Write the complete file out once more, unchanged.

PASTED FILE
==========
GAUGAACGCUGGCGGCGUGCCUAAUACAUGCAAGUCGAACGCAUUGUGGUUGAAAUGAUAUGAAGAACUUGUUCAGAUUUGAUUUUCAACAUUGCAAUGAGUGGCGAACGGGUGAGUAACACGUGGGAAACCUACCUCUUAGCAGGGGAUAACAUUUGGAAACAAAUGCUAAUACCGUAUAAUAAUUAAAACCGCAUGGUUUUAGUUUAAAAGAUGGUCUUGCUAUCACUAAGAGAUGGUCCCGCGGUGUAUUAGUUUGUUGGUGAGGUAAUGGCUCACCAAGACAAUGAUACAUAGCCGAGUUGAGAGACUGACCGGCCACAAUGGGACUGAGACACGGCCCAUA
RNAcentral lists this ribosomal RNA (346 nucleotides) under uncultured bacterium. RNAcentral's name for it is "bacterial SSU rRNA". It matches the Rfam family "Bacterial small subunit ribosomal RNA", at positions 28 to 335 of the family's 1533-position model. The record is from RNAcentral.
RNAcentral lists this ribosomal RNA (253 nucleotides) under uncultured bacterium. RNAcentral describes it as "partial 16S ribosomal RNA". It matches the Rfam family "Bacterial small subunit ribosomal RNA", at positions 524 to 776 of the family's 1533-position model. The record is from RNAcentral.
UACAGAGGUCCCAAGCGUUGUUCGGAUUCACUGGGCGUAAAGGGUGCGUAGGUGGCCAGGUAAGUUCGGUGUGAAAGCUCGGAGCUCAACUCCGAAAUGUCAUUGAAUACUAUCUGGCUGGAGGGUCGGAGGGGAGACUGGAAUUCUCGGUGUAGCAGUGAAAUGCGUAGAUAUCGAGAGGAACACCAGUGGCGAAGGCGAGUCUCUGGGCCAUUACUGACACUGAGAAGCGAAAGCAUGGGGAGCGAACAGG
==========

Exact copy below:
GAUGAACGCUGGCGGCGUGCCUAAUACAUGCAAGUCGAACGCAUUGUGGUUGAAAUGAUAUGAAGAACUUGUUCAGAUUUGAUUUUCAACAUUGCAAUGAGUGGCGAACGGGUGAGUAACACGUGGGAAACCUACCUCUUAGCAGGGGAUAACAUUUGGAAACAAAUGCUAAUACCGUAUAAUAAUUAAAACCGCAUGGUUUUAGUUUAAAAGAUGGUCUUGCUAUCACUAAGAGAUGGUCCCGCGGUGUAUUAGUUUGUUGGUGAGGUAAUGGCUCACCAAGACAAUGAUACAUAGCCGAGUUGAGAGACUGACCGGCCACAAUGGGACUGAGACACGGCCCAUA
RNAcentral lists this ribosomal RNA (346 nucleotides) under uncultured bacterium. RNAcentral's name for it is "bacterial SSU rRNA". It matches the Rfam family "Bacterial small subunit ribosomal RNA", at positions 28 to 335 of the family's 1533-position model. The record is from RNAcentral.
RNAcentral lists this ribosomal RNA (253 nucleotides) under uncultured bacterium. RNAcentral describes it as "partial 16S ribosomal RNA". It matches the Rfam family "Bacterial small subunit ribosomal RNA", at positions 524 to 776 of the family's 1533-position model. The record is from RNAcentral.
UACAGAGGUCCCAAGCGUUGUUCGGAUUCACUGGGCGUAAAGGGUGCGUAGGUGGCCAGGUAAGUUCGGUGUGAAAGCUCGGAGCUCAACUCCGAAAUGUCAUUGAAUACUAUCUGGCUGGAGGGUCGGAGGGGAGACUGGAAUUCUCGGUGUAGCAGUGAAAUGCGUAGAUAUCGAGAGGAACACCAGUGGCGAAGGCGAGUCUCUGGGCCAUUACUGACACUGAGAAGCGAAAGCAUGGGGAGCGAACAGG